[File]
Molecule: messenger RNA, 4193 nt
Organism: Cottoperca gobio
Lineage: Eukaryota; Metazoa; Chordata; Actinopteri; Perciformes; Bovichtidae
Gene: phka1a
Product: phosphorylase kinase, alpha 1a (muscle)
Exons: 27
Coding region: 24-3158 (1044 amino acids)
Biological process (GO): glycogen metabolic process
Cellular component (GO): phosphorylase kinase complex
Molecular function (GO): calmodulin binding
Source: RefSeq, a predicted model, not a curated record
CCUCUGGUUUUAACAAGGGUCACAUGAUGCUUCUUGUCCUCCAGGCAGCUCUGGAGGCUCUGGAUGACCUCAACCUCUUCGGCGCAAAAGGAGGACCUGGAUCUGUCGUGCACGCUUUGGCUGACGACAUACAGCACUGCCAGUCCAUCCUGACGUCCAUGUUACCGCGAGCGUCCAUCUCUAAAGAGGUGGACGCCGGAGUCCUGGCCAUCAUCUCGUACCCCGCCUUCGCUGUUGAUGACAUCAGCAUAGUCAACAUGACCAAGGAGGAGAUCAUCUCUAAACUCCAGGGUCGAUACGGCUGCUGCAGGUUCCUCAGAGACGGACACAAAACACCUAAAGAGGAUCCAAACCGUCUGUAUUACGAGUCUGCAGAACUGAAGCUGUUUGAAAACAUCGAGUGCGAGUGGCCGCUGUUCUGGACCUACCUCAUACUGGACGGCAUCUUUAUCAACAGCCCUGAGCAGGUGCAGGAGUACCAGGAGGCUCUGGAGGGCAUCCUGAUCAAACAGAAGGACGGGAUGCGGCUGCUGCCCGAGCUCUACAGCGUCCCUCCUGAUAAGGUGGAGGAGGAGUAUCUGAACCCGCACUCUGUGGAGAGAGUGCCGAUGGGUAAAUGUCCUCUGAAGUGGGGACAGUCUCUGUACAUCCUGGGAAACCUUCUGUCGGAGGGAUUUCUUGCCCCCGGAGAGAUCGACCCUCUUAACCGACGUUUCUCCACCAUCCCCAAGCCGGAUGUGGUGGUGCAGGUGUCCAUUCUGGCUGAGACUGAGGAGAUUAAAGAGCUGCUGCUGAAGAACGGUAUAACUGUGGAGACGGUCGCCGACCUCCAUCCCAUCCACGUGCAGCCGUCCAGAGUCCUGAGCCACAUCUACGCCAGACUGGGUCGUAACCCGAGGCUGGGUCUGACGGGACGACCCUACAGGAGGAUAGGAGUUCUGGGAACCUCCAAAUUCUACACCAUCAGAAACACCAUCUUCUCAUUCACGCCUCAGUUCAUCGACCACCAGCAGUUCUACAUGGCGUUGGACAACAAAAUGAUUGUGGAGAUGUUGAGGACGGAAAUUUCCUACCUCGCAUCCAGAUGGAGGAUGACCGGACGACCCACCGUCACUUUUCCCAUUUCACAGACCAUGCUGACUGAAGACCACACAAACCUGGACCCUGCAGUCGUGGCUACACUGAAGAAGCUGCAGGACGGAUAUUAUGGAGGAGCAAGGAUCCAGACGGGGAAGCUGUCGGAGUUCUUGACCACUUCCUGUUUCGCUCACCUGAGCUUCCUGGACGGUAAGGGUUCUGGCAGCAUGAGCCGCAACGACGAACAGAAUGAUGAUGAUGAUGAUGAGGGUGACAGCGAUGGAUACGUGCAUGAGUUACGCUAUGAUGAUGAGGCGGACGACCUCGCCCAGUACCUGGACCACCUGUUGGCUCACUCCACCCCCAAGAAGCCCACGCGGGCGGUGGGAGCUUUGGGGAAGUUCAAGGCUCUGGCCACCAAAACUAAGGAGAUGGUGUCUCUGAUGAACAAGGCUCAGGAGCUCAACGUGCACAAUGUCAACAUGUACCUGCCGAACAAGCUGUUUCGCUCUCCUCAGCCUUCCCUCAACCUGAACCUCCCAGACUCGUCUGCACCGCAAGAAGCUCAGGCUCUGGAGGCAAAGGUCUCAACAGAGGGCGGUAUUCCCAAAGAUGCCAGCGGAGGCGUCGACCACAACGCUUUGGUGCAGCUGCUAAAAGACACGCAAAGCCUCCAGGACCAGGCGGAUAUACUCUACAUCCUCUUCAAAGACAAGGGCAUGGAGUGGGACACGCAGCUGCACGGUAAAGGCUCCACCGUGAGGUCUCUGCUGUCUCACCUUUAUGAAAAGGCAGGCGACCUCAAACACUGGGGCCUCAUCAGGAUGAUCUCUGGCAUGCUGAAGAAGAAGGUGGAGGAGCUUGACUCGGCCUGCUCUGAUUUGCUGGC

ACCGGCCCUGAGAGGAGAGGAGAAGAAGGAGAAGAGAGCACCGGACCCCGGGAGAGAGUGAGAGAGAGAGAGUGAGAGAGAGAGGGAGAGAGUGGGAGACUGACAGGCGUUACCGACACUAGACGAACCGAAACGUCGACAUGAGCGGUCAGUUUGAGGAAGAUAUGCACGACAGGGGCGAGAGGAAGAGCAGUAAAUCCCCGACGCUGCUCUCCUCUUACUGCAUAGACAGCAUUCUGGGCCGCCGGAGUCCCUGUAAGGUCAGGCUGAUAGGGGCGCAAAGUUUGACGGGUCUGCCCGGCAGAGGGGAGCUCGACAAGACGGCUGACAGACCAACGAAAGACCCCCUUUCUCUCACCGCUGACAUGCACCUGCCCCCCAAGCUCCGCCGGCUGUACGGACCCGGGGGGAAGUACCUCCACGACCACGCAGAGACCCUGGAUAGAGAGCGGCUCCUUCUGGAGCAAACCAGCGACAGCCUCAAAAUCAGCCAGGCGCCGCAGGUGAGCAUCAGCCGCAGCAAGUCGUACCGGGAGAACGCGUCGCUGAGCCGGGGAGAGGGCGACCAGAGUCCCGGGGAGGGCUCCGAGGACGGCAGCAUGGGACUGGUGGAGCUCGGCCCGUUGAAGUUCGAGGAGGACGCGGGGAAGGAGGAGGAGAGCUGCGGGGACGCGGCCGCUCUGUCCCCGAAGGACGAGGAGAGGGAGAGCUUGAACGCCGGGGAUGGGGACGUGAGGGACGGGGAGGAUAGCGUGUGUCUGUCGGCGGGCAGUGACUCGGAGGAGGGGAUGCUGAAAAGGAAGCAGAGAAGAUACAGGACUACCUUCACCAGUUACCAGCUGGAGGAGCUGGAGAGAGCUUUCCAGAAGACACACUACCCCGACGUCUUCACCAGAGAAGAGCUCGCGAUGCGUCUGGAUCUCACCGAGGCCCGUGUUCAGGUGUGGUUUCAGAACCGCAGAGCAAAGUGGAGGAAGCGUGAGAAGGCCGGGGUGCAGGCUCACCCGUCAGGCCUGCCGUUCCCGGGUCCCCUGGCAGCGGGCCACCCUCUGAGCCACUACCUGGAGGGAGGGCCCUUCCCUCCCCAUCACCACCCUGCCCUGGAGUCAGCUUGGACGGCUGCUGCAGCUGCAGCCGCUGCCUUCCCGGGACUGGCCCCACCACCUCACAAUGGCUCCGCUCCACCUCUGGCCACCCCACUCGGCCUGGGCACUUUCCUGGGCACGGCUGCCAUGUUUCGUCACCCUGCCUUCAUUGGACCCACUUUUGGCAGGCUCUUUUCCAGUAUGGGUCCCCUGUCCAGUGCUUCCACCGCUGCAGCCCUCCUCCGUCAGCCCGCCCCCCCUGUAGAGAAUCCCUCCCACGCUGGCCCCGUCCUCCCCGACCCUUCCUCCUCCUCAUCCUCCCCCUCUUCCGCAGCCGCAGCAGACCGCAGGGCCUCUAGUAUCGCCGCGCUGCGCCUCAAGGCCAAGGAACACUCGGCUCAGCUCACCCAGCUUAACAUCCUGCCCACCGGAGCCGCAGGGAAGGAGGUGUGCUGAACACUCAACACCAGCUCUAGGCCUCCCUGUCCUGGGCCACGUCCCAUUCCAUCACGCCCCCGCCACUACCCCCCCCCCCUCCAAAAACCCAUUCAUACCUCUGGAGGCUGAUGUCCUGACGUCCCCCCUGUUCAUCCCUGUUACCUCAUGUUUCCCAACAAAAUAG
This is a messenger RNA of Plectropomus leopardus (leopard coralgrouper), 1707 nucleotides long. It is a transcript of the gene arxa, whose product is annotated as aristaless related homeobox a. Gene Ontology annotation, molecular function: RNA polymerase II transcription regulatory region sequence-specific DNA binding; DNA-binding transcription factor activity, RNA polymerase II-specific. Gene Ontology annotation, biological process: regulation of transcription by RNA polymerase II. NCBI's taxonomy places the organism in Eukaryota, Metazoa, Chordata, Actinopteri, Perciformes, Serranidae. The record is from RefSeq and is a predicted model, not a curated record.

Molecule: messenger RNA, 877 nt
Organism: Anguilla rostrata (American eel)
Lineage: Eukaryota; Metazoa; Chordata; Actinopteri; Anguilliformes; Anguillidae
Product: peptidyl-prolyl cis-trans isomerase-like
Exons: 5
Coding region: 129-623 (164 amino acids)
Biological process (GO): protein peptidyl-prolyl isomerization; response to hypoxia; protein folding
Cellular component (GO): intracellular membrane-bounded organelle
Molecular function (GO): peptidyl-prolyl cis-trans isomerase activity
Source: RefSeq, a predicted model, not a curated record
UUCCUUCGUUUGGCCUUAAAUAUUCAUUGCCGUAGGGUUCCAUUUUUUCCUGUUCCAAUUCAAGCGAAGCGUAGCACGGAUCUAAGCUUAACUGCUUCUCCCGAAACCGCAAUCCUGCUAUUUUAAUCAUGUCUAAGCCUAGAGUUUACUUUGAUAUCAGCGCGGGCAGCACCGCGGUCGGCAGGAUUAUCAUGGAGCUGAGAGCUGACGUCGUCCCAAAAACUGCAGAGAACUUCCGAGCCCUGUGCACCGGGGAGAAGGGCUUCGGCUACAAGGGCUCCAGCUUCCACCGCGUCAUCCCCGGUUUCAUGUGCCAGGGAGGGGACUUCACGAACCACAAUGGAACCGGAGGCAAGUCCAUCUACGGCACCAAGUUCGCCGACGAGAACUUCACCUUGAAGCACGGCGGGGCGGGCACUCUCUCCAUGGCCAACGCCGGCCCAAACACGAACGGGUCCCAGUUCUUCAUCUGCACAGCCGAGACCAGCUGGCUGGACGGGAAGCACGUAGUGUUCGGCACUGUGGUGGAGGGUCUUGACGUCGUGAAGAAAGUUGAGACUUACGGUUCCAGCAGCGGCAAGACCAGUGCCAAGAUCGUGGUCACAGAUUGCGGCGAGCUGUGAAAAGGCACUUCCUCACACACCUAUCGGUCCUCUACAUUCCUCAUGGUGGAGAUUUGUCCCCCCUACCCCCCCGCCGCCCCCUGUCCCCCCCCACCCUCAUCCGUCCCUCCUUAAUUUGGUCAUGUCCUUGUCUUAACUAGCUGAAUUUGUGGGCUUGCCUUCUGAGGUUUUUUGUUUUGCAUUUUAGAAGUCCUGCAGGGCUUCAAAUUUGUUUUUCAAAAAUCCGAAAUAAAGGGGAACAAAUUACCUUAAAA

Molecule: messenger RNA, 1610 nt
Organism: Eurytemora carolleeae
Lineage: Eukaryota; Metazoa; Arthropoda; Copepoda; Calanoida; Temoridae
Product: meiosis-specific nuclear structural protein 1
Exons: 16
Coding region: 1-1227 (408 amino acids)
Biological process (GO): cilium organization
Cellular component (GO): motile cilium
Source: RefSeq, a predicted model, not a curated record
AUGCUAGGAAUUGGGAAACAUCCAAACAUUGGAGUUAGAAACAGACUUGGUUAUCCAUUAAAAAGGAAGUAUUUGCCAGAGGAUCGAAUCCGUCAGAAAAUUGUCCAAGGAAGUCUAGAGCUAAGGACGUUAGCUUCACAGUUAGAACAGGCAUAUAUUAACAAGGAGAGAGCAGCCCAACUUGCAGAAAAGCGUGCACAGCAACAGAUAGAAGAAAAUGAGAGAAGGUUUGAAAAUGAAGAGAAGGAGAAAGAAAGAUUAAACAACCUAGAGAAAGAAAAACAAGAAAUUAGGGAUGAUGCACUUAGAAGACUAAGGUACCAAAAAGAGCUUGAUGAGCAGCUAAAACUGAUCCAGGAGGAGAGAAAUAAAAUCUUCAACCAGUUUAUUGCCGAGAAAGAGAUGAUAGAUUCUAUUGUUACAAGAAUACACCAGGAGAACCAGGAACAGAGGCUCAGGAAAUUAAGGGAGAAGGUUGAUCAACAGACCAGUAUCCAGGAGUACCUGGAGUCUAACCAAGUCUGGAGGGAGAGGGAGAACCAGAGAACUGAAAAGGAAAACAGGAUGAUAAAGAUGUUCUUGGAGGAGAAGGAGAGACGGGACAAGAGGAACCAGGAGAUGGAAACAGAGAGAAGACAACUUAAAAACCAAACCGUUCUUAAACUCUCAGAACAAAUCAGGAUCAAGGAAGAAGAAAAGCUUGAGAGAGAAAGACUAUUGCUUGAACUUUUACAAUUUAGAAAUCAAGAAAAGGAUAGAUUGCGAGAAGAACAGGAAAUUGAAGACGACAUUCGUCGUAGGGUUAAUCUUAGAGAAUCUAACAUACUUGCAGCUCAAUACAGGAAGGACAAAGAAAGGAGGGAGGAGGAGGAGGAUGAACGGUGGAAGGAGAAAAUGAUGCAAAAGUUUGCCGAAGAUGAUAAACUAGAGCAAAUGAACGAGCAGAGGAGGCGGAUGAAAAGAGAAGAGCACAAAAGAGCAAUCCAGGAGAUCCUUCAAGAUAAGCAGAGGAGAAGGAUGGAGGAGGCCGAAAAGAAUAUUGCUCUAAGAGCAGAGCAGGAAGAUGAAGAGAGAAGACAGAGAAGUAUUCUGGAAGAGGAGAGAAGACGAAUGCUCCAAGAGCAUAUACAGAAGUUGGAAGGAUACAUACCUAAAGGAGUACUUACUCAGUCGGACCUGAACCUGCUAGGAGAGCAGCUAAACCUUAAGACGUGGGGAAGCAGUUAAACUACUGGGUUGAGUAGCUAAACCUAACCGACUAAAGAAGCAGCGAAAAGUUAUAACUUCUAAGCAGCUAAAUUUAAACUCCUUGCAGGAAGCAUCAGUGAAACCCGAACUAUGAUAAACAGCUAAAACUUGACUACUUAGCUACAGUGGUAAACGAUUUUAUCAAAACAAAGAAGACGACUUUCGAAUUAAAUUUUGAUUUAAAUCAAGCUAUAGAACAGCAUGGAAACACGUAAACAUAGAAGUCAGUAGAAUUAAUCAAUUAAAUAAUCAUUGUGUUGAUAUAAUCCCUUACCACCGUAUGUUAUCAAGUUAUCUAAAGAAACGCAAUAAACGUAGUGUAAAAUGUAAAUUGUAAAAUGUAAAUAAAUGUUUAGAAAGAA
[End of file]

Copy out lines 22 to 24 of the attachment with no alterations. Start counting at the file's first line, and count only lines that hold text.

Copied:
Cellular component (GO): intracellular membrane-bounded organelle
Molecular function (GO): peptidyl-prolyl cis-trans isomerase activity
Source: RefSeq, a predicted model, not a curated record